THE UNLADING is a dramatized poem in one act, written by Kent County’s award-winning playwright and poet, Robert Earl Price.  Price imagines the thoughts, words and past lives of each of these enslaved Africans as they are unladed from a Dutch Man of War.  (Downrigging attendees will know the Kalmar Nykle, from Wilmington, Delaware – this is a Dutch Man of War.). The poem was originally presented at Downrigging Weekend 2017 as part of a concert given by The Pam Ortiz Band, and has since been commissioned by the Kent County Arts Council into this dramatized piece. It will be performed four times throughout the 2019 Downrigging Weekend Festival at Janes Church in Chestertown with a cast of six local actors.

Performances are FREE and will be held at Janes United Methodist Church, 120 S. Cross Street, Chestertown as follows:

Friday, October 26, 2018 – 6:00 p.m.
Saturday, October 27, 2018 – 1:30 p.m. and 7 p.m.
Sunday, October 28, 2018 – 1:30 p.m.
The play runs approximately 30 minutes with no intermission.

The Kent County Arts Council is pleased to present this program in partnership with Sultana Education Foundation and their Downrigging Weekend. This production is funded in part by the Maryland State Arts Council, The Hedgelawn Foundation and The Indian Point Foundation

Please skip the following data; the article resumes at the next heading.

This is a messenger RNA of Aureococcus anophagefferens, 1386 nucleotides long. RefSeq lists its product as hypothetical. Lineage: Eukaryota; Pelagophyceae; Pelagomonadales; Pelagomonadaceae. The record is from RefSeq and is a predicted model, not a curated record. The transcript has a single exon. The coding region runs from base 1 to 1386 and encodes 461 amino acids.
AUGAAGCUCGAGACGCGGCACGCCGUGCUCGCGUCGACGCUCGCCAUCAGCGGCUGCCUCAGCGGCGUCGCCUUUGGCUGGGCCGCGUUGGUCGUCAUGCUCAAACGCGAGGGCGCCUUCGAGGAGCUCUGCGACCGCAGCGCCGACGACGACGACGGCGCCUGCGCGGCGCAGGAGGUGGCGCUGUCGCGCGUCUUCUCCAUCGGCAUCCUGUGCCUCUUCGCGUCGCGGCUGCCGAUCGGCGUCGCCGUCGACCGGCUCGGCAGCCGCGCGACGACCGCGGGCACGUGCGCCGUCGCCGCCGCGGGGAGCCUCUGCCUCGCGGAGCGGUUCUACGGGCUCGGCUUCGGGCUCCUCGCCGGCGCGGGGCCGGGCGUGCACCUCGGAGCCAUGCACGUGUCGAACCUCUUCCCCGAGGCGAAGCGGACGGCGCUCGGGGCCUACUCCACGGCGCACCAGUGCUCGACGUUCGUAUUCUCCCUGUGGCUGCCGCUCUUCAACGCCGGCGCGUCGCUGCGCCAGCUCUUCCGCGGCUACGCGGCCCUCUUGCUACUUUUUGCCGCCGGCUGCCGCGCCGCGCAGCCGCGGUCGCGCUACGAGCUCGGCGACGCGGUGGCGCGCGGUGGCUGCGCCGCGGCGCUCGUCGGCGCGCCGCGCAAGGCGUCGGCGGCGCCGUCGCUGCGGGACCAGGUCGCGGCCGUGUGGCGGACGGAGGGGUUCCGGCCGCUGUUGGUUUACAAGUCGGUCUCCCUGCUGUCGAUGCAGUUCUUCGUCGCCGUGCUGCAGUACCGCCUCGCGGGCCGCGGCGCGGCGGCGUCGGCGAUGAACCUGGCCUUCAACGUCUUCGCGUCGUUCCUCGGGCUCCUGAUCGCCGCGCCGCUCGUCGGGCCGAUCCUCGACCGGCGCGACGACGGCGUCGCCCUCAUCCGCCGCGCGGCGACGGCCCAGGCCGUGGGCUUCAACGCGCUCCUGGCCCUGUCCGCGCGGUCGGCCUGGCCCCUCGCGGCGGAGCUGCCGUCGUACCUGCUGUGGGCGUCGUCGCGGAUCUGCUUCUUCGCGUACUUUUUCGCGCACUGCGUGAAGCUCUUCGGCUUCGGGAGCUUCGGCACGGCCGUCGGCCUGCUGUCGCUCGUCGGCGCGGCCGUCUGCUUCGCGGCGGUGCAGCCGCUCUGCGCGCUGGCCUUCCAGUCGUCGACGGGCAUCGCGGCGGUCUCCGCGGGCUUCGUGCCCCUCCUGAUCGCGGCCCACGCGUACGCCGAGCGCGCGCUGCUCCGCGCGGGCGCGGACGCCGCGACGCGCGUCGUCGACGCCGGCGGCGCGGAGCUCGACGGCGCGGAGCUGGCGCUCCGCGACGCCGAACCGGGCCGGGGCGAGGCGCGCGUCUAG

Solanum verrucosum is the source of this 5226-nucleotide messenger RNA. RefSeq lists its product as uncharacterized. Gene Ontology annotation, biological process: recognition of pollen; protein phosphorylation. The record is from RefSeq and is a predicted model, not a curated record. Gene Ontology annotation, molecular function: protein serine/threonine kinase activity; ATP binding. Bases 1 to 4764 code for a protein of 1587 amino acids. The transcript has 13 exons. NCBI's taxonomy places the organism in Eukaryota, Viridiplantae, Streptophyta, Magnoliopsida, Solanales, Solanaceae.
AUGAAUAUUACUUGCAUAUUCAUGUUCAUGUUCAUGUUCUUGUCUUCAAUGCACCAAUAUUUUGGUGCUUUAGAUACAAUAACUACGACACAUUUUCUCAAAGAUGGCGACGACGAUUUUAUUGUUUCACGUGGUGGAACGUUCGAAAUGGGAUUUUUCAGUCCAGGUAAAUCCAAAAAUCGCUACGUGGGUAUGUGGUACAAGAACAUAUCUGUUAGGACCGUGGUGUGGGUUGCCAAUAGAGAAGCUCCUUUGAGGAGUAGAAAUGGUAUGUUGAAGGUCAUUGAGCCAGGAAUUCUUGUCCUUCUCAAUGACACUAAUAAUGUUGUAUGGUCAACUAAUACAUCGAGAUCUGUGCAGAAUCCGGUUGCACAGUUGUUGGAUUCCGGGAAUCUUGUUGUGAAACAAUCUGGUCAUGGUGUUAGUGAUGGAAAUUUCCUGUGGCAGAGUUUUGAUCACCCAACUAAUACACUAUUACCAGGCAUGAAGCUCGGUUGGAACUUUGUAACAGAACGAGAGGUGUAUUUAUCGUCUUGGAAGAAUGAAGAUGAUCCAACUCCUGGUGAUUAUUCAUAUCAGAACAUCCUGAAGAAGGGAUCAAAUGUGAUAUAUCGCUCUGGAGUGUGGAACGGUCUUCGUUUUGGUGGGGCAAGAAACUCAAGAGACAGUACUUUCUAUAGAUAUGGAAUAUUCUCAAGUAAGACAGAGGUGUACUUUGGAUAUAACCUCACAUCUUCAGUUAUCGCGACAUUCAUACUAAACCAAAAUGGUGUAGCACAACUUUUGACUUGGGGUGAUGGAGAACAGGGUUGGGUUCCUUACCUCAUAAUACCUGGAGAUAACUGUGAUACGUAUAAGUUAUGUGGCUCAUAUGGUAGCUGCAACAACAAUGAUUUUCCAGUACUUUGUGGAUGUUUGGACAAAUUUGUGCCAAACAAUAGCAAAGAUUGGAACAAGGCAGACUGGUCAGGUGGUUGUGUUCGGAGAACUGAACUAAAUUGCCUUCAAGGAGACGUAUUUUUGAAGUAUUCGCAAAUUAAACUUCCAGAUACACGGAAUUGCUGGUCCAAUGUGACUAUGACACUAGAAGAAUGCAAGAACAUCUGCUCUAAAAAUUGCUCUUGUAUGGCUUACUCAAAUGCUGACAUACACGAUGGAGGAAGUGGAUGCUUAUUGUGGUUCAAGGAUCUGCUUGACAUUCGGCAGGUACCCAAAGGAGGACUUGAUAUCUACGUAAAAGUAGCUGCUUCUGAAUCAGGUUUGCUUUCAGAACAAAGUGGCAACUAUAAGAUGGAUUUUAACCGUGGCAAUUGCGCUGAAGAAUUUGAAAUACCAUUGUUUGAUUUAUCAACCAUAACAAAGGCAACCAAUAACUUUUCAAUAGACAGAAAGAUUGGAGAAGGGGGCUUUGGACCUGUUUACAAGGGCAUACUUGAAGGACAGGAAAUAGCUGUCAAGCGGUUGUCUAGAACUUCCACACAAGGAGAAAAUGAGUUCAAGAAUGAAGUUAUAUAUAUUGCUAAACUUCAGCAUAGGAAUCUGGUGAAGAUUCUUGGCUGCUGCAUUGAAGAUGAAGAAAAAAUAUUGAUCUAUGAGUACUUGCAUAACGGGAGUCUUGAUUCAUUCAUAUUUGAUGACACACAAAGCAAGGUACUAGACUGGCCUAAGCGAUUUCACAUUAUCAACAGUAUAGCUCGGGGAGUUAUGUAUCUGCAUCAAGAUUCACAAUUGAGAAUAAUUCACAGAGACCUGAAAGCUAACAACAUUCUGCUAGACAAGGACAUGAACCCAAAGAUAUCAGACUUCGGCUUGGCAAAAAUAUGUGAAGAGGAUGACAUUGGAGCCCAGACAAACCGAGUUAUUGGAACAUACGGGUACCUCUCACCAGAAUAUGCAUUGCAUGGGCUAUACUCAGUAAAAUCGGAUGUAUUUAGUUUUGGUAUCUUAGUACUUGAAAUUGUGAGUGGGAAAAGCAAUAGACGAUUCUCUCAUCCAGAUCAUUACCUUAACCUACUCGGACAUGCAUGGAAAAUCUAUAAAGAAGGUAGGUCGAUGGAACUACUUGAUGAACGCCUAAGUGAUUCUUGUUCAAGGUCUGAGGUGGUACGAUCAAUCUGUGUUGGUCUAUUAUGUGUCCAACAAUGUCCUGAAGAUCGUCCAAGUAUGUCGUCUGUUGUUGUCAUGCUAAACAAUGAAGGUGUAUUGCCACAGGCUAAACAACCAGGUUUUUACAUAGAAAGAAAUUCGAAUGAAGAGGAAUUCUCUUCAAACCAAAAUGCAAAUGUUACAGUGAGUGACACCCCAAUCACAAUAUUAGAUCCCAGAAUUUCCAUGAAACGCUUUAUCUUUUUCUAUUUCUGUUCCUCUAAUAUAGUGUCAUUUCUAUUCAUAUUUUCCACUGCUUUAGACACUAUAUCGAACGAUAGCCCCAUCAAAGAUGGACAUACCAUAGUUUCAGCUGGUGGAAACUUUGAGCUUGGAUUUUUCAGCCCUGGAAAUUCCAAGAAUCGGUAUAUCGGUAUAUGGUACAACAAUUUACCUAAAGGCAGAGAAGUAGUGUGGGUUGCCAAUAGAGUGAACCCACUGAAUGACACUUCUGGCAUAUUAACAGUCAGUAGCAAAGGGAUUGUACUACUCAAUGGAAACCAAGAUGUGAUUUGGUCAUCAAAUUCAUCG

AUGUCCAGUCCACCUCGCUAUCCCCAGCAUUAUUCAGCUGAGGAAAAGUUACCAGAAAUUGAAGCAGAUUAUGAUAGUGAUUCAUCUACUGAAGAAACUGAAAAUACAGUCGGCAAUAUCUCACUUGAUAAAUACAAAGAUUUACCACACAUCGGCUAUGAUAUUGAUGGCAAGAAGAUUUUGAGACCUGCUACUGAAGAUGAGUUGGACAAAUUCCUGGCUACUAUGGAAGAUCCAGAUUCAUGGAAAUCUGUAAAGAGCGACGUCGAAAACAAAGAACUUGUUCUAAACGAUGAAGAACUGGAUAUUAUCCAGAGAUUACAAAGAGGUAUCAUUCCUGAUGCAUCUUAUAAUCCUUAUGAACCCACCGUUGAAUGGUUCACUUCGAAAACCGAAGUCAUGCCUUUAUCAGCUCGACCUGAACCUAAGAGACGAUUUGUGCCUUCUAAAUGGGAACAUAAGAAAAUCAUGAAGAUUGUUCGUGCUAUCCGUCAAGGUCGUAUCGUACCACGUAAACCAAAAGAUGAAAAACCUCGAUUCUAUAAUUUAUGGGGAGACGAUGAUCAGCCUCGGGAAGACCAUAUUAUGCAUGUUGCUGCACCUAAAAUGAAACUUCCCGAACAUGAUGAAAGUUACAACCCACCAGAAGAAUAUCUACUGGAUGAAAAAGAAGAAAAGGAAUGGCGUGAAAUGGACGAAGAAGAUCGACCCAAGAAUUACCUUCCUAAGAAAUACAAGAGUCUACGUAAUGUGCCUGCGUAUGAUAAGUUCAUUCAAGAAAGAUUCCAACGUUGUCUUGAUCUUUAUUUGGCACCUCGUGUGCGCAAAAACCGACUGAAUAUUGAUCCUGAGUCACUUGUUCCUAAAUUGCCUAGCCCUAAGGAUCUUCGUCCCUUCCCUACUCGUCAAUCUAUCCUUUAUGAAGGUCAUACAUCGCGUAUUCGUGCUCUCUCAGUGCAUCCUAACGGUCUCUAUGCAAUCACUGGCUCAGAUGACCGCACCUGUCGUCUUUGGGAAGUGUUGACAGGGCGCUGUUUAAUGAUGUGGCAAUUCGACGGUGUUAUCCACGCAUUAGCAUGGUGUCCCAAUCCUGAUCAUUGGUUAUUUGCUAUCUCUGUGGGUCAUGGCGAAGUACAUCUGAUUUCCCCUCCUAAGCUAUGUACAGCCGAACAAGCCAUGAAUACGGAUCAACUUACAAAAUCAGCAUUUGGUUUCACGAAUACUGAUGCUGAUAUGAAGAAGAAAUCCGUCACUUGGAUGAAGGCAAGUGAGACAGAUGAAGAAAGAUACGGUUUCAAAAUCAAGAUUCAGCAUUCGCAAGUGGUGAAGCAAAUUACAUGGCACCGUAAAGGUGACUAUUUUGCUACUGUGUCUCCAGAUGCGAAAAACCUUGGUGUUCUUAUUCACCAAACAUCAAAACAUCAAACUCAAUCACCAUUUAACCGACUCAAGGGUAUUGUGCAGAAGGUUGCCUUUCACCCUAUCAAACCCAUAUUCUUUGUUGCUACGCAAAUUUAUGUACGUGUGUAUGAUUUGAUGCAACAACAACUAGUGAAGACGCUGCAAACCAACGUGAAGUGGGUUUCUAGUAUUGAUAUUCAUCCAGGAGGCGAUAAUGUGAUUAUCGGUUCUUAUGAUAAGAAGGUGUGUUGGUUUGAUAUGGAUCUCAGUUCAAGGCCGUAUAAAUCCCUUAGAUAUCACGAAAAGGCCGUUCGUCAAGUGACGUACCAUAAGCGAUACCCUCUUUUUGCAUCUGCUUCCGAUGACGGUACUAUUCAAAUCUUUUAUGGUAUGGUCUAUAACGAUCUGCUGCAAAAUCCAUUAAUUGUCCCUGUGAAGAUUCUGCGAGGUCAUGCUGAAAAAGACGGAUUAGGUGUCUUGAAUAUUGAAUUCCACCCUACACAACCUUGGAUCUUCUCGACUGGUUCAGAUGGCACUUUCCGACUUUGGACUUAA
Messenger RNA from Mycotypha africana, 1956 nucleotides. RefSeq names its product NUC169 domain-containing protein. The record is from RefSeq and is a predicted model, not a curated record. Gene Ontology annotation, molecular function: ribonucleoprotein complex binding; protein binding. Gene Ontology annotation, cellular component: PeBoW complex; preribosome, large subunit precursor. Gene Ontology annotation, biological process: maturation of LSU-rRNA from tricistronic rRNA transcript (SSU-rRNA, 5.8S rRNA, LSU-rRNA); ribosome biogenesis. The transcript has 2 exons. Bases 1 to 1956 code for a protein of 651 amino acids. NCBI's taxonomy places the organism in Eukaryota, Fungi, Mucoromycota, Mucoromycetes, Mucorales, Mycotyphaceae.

Please visit www.kentcountyartscouncil.org or call 410-778-3700 for more information.

The 2018 Chesapeake Film Festival October 11-14


Join thousands of film lovers on Maryland’s Eastern Shore at the Chesapeake Film Festival, where great stories begin. Thursday, October 11th to Sunday, October 14th, the Eastern Shore won’t just be the land of snails and oysters—it will be a sea of film! This long weekend is a celebration of storytelling and filmmaking including workshops, guest speakers, director Q&A’s and jam-packed cinematic discovery.